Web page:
Is Natural Gas Drilling to Blame for Wyoming Town's Undrinkable Water?

By Joseph Calamia | September 2, 2010 4:41 pm

burnerAn EPA report published Tuesday told residents near Pavillion, Wyoming to avoid drinking and cooking with well water after tests revealed petroleum hydrocarbons and other contaminants in 17 out of 19 wells near the town. Many residents worry that local drilling for natural gas is to blame. The EPA is still investigating.

“EPA has not reached any conclusions about how constituents of concern are occurring in domestic wells,” the report said. [Reuters]

As the agency continues its investigation, it along with other government organizations and the natural gas company EnCana, will provide alternative drinking water sources for affected residents. EnCana volunteered to provide the water, though a company representative told the AP that company’s tie to the contaminated the wells is unclear–since the chemicals appeared in earlier EPA tests, before EnCana’s drilling started in 2005.

For Pavillion, which has around 250 nearby gas drilling sites, the report adds to findings from earlier well tests taken in the spring of 2009.

In spring 2008, residents of Pavillion–concerned about the quality of their drinking water–contacted the EPA in Denver, Colorado. The agency sampled 39 individual wells (37 residential wells and two municipal wells) in March 2009 and found nitrate, arsenic and methane gas. The agency conducted the second sampling in January 2010. [CNN]

fracking

The news adds to concerns about natural gas companies’ hydraulic fracturing, commonly called fracking. Though individual gas companies use different drilling techniques for different geological structures, the basics involve drilling around 1,000 to 8,000 feet underground and pumping in 50,000 to 350,ooo gallons of water to crack the underlying rock. After removing 15 to 80 percent of that then-contaminated water, the gas company can pump out the natural gas which flows from the cracks. The water usually comes from local surface water or groundwater; once contaminated, it can go back to surface water if filtered or into a new well underground.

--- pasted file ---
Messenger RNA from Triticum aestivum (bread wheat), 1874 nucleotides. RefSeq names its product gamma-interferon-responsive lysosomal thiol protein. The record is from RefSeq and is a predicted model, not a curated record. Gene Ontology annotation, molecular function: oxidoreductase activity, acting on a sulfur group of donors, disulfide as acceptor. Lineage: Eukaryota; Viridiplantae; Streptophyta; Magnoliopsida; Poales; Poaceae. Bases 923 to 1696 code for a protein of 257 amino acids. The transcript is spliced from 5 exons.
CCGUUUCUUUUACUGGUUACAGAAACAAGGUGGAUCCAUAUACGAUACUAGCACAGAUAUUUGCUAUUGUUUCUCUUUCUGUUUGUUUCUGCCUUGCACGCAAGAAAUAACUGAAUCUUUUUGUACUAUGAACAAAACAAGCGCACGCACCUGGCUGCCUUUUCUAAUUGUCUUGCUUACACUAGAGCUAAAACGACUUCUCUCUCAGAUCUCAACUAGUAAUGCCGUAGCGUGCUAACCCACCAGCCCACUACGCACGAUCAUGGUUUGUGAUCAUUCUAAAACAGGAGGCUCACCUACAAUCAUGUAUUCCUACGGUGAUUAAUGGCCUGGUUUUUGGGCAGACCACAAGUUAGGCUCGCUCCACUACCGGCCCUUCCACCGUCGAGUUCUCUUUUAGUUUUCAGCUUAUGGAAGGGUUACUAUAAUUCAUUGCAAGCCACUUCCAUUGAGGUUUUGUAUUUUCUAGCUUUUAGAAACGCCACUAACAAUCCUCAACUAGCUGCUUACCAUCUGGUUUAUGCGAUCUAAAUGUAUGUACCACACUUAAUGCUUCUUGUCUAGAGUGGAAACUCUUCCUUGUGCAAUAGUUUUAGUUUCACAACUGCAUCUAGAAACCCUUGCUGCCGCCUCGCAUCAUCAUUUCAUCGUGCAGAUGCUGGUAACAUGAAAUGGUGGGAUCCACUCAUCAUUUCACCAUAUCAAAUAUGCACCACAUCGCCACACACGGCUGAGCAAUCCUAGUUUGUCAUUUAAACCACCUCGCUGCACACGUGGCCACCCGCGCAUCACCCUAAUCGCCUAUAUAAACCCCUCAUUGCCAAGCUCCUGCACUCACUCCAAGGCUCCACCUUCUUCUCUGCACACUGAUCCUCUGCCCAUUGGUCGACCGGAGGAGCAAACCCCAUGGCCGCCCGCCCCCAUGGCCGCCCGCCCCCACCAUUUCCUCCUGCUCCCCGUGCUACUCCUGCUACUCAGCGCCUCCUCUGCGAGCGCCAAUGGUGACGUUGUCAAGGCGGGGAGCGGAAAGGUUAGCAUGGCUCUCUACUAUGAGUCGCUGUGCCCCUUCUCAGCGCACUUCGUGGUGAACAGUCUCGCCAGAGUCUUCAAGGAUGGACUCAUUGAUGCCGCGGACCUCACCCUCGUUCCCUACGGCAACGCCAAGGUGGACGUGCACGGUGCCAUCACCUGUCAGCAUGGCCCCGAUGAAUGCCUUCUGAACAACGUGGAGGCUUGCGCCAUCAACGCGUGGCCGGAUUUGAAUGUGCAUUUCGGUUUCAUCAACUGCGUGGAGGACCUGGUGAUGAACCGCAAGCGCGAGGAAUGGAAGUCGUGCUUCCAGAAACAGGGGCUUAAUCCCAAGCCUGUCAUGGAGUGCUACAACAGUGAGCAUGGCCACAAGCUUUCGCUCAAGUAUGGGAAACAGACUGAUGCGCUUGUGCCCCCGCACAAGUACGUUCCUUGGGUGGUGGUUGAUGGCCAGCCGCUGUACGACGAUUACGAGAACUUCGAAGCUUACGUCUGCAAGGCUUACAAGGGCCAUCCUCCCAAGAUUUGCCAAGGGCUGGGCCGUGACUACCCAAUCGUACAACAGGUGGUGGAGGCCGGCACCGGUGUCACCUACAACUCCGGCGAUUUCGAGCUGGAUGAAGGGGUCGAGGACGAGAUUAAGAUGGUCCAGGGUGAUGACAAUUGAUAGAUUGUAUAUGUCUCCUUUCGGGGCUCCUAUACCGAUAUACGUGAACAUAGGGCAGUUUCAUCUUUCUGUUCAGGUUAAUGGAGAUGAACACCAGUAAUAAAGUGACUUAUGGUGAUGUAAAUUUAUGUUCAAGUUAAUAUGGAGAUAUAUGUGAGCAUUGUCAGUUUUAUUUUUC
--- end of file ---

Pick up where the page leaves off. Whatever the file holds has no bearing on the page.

As 80beats discussed in June, some believe natural gas could soon satisfy a large proportion of the United States energy needs, an estimated (pdf) 20 percent by 2020. As a result, more people are demanding a better understanding of hydraulic fracturing’s effects on drinking water sources. The EPA plans to conduct an extensive, two-year study on hydraulic fracturing starting later this year.

Related content:
80beats: Is Natural Gas the Way to a Greener Energy Future?
80beats: Methane Gas Explosion Blamed for West Virginia Coal Mining Accident
80beats: Did a Natural Gas Operation Cause a Spasm of Texas Earthquakes?
DISCOVER: Nations Stake Their Claims to a Melting Arctic, on the oil and gas rush
DISCOVER: 10 Ways Methane Could Brake Global Warming–or Break the Planet

Image: flickr / AZAdam, EPA

CATEGORIZED UNDER: Environment
  • http://Untitledvanityproject.blogspot.com Rhacodactylus

    na, it’s not natural gas, it’s just God politely reminding you all that there is NO REASON to live in Wyoming.

  • http://8020vision.com jaykimball